US and UK launch airstrikes against Houthi rebels in Yemen
The US and Britain have launched a major retaliation against Houthi rebels in Yemen, in response to repeated assaults on commercial shipping in the Red Sea.
Using warship-launched Tomahawk missiles and fighter jets, the American and British militaries reportedly struck at least a dozen sites used by the Houthis, including logistical hubs, air-defense systems, and weapons-storage locations.
President Biden said he ordered the strikes to protect “one of the world’s most vital waterways,” which had become exceedingly dangerous amid repeated drone-and-missile attacks by the Houthis. The president said Australia, Bahrain, Canada, and the Netherlands supported the US-British operation.
“These strikes are in direct response to unprecedented Houthi attacks against international maritime vessels in the Red Sea — including the use of anti-ship ballistic missiles for the first time in history,” the president said. “These attacks have endangered US personnel, civilian mariners, and our partners, jeopardized trade, and threatened freedom of navigation.”
Mr. Biden stressed that the US and its allies first tried an “extensive diplomatic campaign” to stop the Houthi attacks, though it’s clear that the campaign wasn’t successful, and that military action was the only option left.
“These targeted strikes are a clear message that the United States and our partners will not tolerate attacks on our personnel or allow hostile actors to imperil freedom of navigation in one of the world’s most critical commercial routes,” Mr. Biden said. “I will not hesitate to direct further measures to protect our people and the free flow of international commerce as necessary.”
The strikes represent another escalation of the Middle East conflict that began with Hamas’ Oct. 7 terror attack on Israel.
For the US, the bombing of Houthi targets in Yemen marks yet another Middle Eastern nation on the receiving end of American military intervention — despite two consecutive presidents seeking to lessen America’s military footprint in the region.
Even after issuing a “final warning” to the Iran-backed group last week, the Biden administration clearly wanted to avoid striking targets in Yemen if at all possible. Within national security circles, there has been fear that hitting the Houthis in Yemen would itself be the very kind of escalation the US desperately wanted to avoid.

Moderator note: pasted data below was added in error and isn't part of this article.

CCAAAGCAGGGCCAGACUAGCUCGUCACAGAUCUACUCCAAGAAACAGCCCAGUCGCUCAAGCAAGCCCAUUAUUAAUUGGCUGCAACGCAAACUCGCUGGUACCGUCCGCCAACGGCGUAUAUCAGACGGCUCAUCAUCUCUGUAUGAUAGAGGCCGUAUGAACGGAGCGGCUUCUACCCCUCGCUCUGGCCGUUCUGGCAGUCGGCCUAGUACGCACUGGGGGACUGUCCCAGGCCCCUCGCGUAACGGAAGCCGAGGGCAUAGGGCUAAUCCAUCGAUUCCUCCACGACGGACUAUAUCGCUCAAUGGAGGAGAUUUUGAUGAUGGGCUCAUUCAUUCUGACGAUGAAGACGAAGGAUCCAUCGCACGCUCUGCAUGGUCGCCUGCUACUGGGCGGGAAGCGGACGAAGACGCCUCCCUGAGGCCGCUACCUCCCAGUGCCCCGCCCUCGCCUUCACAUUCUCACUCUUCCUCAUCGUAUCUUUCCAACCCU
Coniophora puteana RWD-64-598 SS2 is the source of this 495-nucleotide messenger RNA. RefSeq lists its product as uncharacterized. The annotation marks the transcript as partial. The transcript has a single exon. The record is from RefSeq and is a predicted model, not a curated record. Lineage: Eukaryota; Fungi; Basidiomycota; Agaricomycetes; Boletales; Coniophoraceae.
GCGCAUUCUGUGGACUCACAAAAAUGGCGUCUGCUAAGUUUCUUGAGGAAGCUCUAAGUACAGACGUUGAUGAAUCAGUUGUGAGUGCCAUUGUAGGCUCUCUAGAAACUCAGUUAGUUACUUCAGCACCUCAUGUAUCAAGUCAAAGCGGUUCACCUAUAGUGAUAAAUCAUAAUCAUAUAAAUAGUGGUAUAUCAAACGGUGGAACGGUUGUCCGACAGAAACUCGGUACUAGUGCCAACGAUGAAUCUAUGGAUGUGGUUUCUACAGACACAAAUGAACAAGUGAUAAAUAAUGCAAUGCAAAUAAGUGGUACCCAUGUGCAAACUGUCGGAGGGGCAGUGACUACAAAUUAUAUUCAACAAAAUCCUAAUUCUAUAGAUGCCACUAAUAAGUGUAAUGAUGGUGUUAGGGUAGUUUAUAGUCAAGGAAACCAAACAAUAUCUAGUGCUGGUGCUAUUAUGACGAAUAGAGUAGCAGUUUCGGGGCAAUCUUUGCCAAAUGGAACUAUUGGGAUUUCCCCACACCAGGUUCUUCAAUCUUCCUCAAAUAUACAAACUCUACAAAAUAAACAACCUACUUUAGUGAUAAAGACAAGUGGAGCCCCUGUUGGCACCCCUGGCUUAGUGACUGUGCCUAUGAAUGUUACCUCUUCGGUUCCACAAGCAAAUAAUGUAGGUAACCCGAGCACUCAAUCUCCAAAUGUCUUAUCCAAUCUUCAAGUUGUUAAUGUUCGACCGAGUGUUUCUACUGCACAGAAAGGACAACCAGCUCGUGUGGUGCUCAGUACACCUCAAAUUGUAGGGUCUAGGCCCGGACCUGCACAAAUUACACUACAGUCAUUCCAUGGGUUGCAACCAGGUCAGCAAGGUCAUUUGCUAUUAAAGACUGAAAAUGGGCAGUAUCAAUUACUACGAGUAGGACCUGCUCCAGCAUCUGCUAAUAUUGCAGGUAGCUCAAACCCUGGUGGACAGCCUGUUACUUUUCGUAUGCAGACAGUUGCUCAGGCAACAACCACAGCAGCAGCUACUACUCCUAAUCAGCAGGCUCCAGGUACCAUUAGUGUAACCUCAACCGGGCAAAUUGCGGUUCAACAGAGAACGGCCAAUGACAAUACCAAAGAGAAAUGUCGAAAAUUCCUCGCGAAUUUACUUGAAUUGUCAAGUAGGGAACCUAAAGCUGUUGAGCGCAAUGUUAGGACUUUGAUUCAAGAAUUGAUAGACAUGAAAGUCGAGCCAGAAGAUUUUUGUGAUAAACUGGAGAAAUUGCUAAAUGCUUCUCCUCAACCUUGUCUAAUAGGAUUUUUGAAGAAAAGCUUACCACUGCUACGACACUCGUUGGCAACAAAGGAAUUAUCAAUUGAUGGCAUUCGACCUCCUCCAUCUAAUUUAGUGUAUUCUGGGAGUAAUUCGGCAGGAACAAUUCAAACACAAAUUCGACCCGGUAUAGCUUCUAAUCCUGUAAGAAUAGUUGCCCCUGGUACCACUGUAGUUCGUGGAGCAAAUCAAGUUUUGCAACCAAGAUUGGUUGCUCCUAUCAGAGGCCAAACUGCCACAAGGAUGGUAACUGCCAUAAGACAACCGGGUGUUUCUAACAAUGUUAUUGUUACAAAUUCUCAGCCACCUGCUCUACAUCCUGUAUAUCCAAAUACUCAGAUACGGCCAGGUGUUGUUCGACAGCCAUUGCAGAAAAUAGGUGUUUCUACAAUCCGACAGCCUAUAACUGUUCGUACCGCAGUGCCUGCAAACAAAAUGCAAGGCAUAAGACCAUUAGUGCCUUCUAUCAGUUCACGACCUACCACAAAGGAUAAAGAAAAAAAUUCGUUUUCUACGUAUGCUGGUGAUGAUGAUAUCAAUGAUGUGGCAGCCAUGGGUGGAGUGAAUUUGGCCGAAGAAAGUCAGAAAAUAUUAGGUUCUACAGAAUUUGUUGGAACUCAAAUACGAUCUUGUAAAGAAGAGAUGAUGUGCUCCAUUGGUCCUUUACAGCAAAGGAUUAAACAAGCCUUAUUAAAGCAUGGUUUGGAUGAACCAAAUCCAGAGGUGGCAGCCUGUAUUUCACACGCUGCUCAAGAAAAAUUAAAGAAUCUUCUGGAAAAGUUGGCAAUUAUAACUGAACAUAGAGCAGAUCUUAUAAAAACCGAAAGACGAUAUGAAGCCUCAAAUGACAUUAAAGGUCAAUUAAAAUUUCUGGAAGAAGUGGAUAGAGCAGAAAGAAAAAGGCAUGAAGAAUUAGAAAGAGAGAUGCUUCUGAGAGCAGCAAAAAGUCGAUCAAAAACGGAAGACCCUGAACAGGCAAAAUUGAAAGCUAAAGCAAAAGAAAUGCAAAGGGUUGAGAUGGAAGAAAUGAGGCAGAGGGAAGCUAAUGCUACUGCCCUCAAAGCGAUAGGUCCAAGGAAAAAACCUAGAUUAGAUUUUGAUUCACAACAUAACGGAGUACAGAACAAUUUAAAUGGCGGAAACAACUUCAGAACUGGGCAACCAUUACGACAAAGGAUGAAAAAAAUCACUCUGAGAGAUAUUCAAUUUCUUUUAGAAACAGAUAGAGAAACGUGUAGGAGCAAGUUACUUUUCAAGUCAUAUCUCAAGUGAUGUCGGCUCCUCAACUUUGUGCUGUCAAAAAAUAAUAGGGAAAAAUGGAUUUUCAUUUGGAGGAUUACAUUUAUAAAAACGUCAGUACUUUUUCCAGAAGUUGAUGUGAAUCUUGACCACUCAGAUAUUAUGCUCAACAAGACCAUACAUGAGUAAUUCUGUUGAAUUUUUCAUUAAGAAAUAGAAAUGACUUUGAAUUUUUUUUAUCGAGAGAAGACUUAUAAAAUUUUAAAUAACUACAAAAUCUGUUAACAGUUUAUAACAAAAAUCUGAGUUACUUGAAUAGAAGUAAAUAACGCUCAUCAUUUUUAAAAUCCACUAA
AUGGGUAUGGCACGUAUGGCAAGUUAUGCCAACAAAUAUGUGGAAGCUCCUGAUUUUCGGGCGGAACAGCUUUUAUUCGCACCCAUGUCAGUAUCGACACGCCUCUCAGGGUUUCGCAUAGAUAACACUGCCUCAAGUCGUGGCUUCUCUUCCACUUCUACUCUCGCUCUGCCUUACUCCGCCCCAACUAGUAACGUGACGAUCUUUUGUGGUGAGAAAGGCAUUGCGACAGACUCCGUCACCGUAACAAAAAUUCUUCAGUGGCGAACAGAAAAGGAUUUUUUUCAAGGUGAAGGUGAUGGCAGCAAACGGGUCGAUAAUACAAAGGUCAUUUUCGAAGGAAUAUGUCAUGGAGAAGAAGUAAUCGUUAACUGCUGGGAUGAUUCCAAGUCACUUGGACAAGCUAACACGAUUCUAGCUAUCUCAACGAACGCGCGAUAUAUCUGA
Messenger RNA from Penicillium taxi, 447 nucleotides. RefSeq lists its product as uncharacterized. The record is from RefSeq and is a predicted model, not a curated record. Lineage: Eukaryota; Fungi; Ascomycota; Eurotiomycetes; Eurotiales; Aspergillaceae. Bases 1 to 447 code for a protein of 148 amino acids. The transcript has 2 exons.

Ahead of Thursday’s strikes, the rebel group’s leader, Abdel-Malik al-Houthi, warned of more escalation if the US and its allies strike Yemen.
“Any American attack will not remain without a response. The response will be greater than the attack that was carried out with 20 drones and a number of missiles,” he said, referring to a Houthi assault Tuesday.
“We are more determined to target ships linked to Israel, and we will not back down from that,” the Houthi leader said, according to al-Jazeera.
Direct US military intervention also could derail intensive United Nations-backed peace talks aimed at ending Yemen‘s long-running civil war.
Furthermore, the Houthis were subject to years of bombing by a Saudi-led military coalition during that civil war.
The Houthis, analysts say, are well-accustomed to such attacks and simply may not fear them as other groups might, meaning the US can’t necessarily bank on the strikes dissuading the Houthis from continuing to target commercial shipping in the region.
Despite all that, continued aggression by the Houthis in the Red Sea — a key passageway for maritime traffic from around the world — left the US with little choice but to act.
A missile-and-drone barrage by the Houthis on Tuesday marked the 26th attack on Red Sea shipping lanes over just the past two months.
The Houthis claim their assaults are designed to degrade Israel’s military capabilities and slow its war against Hamas in the Gaza Strip. But the attacks increasingly are targeting ships that have no apparent connection to the Jewish state.
The attack Tuesday was also one of the most complex and aggressive so far, though no ships were damaged. In the assault, the US Central Command said that “Iranian-backed Houthis launched a complex attack of Iranian designed one-way attack UAVs, anti-ship cruise missiles, and an anti-ship ballistic missile from Houthi-controlled areas of Yemen into the Southern Red Sea, towards international shipping lanes where dozens of merchant vessels were transiting.”
The drones and missiles were shot down by US and British military forces in the region. In past attacks, Houthi drones have struck commercial vessels. In another instance, the US Navy engaged in a firefight with Houthi rebels aboard small boats in the Red Sea.
And last Thursday, a drone boat packed with explosives detonated within miles of US warships and commercial vessels off the coast of Yemen — just hours after the US and its allies issued their “final warning” and warned that retaliation was on the horizon.
It’s not clear whether the strikes Thursday will end the Houthi attacks. Specialists have warned that the group is far more unpredictable than Hamas, Lebanon-based Hezbollah or even the Iran-backed Shiite militias that routinely target American troops in Syria and Iraq.
“What’s different about the Houthis is, they don’t have to be careful,” Michael Knights, a fellow at the Washington Institute for Near East Policy, told the Washington Times recently.
“The Houthis are just sitting there in Yemen, much further away than Lebanese Hezbollah is from Israel,” Mr. Knights said. “They’ve been bombed for the last eight, nine years. They have a very high pain threshold. All their leadership is extremely well hidden so the Saudis couldn’t assassinate them during the war. They’re locked down. And they’re actually much more ideologically pure and determined than Lebanese Hezbollah or the militias” backed by Iran.